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  • 802.11 G, B or A?

    Just polling the masses. I'm in the market for a new office wireless network. I hear unfavorable stuff about the state of 802.11g, although it seems like things are close to being right.

    Is 802.11b still the way to go? Who makes the best gear for this stuff?

    Also, what kind of range can I realistically expect in a two-story office space totalling around 1400 square feet?

    I own a Linksys Etherfast 1 port router and a 10/100 8 port workgroup switch in my current location, but I'm moving and running cables all over the place for what will be something like 10 computers just isn't in the cards for me.

    So, can I still use my trusty old router and just add an access point for all the wireless connections?

    Thanks for the insights!
    Eric Darling
    eThree Media
    http://www.ethreemedia.com

  • #2
    Re: 802.11 G, B or A?

    I just set up an 802.11B wireless network at home. I looked into 802.11g, but kept hearing too many negatives - not quite ready for primetime, although once the spec gets finalized, it seems like the best of both worlds.

    For now, the 11mbps of 802.11B is certainly suitable for things like wireless internet access, email and access to most standard network resources and files. I might be a bit slow for working with large video/graphics files though - when compared with 100mb ethernet.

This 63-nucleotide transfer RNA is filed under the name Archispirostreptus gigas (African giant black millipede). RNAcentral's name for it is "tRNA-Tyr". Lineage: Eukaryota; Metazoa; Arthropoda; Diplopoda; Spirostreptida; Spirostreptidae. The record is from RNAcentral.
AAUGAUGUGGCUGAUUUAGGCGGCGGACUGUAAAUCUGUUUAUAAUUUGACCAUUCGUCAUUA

As far as range goes, it's pretty darn good. Tons better than the other wireless options. I've maintained good signal strength over an area quite a bit larger than 1400 sq ft. Of course, the biggest factor is the construction material. Some things like brick might cause a problem. Going through floors hasn't been a problem for me.

    You can opt for an access point and connect into your existing switch/hub - or do what I did and just replace all that with an all-in-one unit. I ended up getting the Microsoft Wireless Base Station (MN-500) for a variety of reasons (cost being among them) and a couple of their notebook adapters. In any case, I'd recommend buying all of your equipment from the same manufacturer to minimize any setup problems/incompatibilites.

    Works for me. Your mileage may vary. etc etc.

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    • #3
      Re: 802.11 G, B or A?